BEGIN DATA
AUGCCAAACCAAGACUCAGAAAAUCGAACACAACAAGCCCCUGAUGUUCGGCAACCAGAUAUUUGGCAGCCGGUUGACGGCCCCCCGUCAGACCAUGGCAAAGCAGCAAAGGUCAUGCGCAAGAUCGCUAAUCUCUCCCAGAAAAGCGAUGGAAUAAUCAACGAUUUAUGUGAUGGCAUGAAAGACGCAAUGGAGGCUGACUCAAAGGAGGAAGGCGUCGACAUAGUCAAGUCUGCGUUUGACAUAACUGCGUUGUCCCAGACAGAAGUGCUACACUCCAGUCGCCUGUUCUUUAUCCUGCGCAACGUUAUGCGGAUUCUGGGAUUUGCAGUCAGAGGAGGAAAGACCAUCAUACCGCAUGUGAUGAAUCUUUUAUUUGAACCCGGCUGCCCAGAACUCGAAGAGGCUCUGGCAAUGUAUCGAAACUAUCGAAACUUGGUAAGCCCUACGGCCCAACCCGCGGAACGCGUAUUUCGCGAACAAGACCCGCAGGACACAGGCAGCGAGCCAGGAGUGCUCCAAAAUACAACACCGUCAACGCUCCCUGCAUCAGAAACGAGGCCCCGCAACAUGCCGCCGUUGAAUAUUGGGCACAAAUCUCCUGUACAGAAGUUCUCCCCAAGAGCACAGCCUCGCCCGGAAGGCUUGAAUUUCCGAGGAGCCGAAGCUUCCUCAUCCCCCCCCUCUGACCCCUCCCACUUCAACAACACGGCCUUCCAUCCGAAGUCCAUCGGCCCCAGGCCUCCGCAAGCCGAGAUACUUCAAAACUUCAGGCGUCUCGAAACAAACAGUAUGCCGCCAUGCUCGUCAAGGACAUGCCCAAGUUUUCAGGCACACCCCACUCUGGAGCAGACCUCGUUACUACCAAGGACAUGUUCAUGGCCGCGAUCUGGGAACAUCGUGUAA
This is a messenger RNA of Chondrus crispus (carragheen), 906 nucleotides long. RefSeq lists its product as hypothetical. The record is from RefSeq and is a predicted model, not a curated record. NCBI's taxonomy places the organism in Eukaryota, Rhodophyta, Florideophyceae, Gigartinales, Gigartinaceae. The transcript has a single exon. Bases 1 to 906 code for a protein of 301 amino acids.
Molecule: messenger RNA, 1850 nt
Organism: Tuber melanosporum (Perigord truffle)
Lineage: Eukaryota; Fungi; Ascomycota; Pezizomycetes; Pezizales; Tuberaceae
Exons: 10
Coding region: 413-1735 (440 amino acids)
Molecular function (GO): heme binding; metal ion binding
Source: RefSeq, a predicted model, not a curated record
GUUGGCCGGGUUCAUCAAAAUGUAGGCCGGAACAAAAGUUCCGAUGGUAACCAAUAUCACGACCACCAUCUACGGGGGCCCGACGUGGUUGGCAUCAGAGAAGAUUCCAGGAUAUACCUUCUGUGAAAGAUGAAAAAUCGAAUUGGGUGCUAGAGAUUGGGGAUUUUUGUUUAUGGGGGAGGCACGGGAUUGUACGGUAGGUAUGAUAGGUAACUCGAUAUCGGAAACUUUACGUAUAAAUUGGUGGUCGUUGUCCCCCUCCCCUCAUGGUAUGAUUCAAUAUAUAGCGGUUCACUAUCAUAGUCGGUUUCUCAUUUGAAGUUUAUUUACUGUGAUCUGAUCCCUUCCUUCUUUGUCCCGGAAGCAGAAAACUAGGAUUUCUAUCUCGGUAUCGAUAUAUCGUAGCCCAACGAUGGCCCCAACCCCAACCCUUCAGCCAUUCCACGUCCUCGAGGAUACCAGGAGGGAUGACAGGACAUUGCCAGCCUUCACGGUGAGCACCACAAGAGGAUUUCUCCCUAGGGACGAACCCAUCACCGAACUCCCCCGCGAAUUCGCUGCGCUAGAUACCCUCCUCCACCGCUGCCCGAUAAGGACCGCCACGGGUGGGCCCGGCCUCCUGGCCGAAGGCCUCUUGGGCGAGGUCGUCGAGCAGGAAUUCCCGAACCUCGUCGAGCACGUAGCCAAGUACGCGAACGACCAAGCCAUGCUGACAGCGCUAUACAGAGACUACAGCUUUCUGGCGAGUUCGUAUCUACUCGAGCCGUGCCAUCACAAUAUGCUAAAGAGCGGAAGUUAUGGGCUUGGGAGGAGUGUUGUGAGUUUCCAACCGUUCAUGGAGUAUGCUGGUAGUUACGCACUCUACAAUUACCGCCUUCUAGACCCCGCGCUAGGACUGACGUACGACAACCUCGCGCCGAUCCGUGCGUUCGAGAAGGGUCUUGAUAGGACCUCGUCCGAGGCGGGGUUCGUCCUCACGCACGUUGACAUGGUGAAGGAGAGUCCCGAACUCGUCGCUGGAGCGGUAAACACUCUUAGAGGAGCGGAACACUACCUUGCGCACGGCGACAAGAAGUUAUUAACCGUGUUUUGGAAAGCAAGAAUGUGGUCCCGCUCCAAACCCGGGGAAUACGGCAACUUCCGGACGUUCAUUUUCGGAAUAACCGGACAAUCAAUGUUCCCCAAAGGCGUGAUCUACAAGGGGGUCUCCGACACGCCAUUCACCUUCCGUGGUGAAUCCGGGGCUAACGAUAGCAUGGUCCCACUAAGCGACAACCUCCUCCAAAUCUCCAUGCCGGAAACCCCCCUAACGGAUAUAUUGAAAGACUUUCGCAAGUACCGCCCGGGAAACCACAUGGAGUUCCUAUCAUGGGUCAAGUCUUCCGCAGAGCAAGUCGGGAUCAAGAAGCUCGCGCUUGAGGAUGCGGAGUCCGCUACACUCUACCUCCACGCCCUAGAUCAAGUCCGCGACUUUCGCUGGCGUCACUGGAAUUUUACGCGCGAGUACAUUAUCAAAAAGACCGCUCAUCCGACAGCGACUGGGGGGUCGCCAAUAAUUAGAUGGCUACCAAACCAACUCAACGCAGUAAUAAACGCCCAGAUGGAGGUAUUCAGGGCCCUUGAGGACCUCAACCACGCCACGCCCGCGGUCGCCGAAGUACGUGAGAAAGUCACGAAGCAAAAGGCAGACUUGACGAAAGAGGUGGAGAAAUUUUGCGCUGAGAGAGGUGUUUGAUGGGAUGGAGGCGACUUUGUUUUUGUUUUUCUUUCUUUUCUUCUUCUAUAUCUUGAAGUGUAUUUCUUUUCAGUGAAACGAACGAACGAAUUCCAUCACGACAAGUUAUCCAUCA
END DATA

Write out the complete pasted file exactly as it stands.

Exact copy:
AUGCCAAACCAAGACUCAGAAAAUCGAACACAACAAGCCCCUGAUGUUCGGCAACCAGAUAUUUGGCAGCCGGUUGACGGCCCCCCGUCAGACCAUGGCAAAGCAGCAAAGGUCAUGCGCAAGAUCGCUAAUCUCUCCCAGAAAAGCGAUGGAAUAAUCAACGAUUUAUGUGAUGGCAUGAAAGACGCAAUGGAGGCUGACUCAAAGGAGGAAGGCGUCGACAUAGUCAAGUCUGCGUUUGACAUAACUGCGUUGUCCCAGACAGAAGUGCUACACUCCAGUCGCCUGUUCUUUAUCCUGCGCAACGUUAUGCGGAUUCUGGGAUUUGCAGUCAGAGGAGGAAAGACCAUCAUACCGCAUGUGAUGAAUCUUUUAUUUGAACCCGGCUGCCCAGAACUCGAAGAGGCUCUGGCAAUGUAUCGAAACUAUCGAAACUUGGUAAGCCCUACGGCCCAACCCGCGGAACGCGUAUUUCGCGAACAAGACCCGCAGGACACAGGCAGCGAGCCAGGAGUGCUCCAAAAUACAACACCGUCAACGCUCCCUGCAUCAGAAACGAGGCCCCGCAACAUGCCGCCGUUGAAUAUUGGGCACAAAUCUCCUGUACAGAAGUUCUCCCCAAGAGCACAGCCUCGCCCGGAAGGCUUGAAUUUCCGAGGAGCCGAAGCUUCCUCAUCCCCCCCCUCUGACCCCUCCCACUUCAACAACACGGCCUUCCAUCCGAAGUCCAUCGGCCCCAGGCCUCCGCAAGCCGAGAUACUUCAAAACUUCAGGCGUCUCGAAACAAACAGUAUGCCGCCAUGCUCGUCAAGGACAUGCCCAAGUUUUCAGGCACACCCCACUCUGGAGCAGACCUCGUUACUACCAAGGACAUGUUCAUGGCCGCGAUCUGGGAACAUCGUGUAA
This is a messenger RNA of Chondrus crispus (carragheen), 906 nucleotides long. RefSeq lists its product as hypothetical. The record is from RefSeq and is a predicted model, not a curated record. NCBI's taxonomy places the organism in Eukaryota, Rhodophyta, Florideophyceae, Gigartinales, Gigartinaceae. The transcript has a single exon. Bases 1 to 906 code for a protein of 301 amino acids.
Molecule: messenger RNA, 1850 nt
Organism: Tuber melanosporum (Perigord truffle)
Lineage: Eukaryota; Fungi; Ascomycota; Pezizomycetes; Pezizales; Tuberaceae
Exons: 10
Coding region: 413-1735 (440 amino acids)
Molecular function (GO): heme binding; metal ion binding
Source: RefSeq, a predicted model, not a curated record
GUUGGCCGGGUUCAUCAAAAUGUAGGCCGGAACAAAAGUUCCGAUGGUAACCAAUAUCACGACCACCAUCUACGGGGGCCCGACGUGGUUGGCAUCAGAGAAGAUUCCAGGAUAUACCUUCUGUGAAAGAUGAAAAAUCGAAUUGGGUGCUAGAGAUUGGGGAUUUUUGUUUAUGGGGGAGGCACGGGAUUGUACGGUAGGUAUGAUAGGUAACUCGAUAUCGGAAACUUUACGUAUAAAUUGGUGGUCGUUGUCCCCCUCCCCUCAUGGUAUGAUUCAAUAUAUAGCGGUUCACUAUCAUAGUCGGUUUCUCAUUUGAAGUUUAUUUACUGUGAUCUGAUCCCUUCCUUCUUUGUCCCGGAAGCAGAAAACUAGGAUUUCUAUCUCGGUAUCGAUAUAUCGUAGCCCAACGAUGGCCCCAACCCCAACCCUUCAGCCAUUCCACGUCCUCGAGGAUACCAGGAGGGAUGACAGGACAUUGCCAGCCUUCACGGUGAGCACCACAAGAGGAUUUCUCCCUAGGGACGAACCCAUCACCGAACUCCCCCGCGAAUUCGCUGCGCUAGAUACCCUCCUCCACCGCUGCCCGAUAAGGACCGCCACGGGUGGGCCCGGCCUCCUGGCCGAAGGCCUCUUGGGCGAGGUCGUCGAGCAGGAAUUCCCGAACCUCGUCGAGCACGUAGCCAAGUACGCGAACGACCAAGCCAUGCUGACAGCGCUAUACAGAGACUACAGCUUUCUGGCGAGUUCGUAUCUACUCGAGCCGUGCCAUCACAAUAUGCUAAAGAGCGGAAGUUAUGGGCUUGGGAGGAGUGUUGUGAGUUUCCAACCGUUCAUGGAGUAUGCUGGUAGUUACGCACUCUACAAUUACCGCCUUCUAGACCCCGCGCUAGGACUGACGUACGACAACCUCGCGCCGAUCCGUGCGUUCGAGAAGGGUCUUGAUAGGACCUCGUCCGAGGCGGGGUUCGUCCUCACGCACGUUGACAUGGUGAAGGAGAGUCCCGAACUCGUCGCUGGAGCGGUAAACACUCUUAGAGGAGCGGAACACUACCUUGCGCACGGCGACAAGAAGUUAUUAACCGUGUUUUGGAAAGCAAGAAUGUGGUCCCGCUCCAAACCCGGGGAAUACGGCAACUUCCGGACGUUCAUUUUCGGAAUAACCGGACAAUCAAUGUUCCCCAAAGGCGUGAUCUACAAGGGGGUCUCCGACACGCCAUUCACCUUCCGUGGUGAAUCCGGGGCUAACGAUAGCAUGGUCCCACUAAGCGACAACCUCCUCCAAAUCUCCAUGCCGGAAACCCCCCUAACGGAUAUAUUGAAAGACUUUCGCAAGUACCGCCCGGGAAACCACAUGGAGUUCCUAUCAUGGGUCAAGUCUUCCGCAGAGCAAGUCGGGAUCAAGAAGCUCGCGCUUGAGGAUGCGGAGUCCGCUACACUCUACCUCCACGCCCUAGAUCAAGUCCGCGACUUUCGCUGGCGUCACUGGAAUUUUACGCGCGAGUACAUUAUCAAAAAGACCGCUCAUCCGACAGCGACUGGGGGGUCGCCAAUAAUUAGAUGGCUACCAAACCAACUCAACGCAGUAAUAAACGCCCAGAUGGAGGUAUUCAGGGCCCUUGAGGACCUCAACCACGCCACGCCCGCGGUCGCCGAAGUACGUGAGAAAGUCACGAAGCAAAAGGCAGACUUGACGAAAGAGGUGGAGAAAUUUUGCGCUGAGAGAGGUGUUUGAUGGGAUGGAGGCGACUUUGUUUUUGUUUUUCUUUCUUUUCUUCUUCUAUAUCUUGAAGUGUAUUUCUUUUCAGUGAAACGAACGAACGAAUUCCAUCACGACAAGUUAUCCAUCA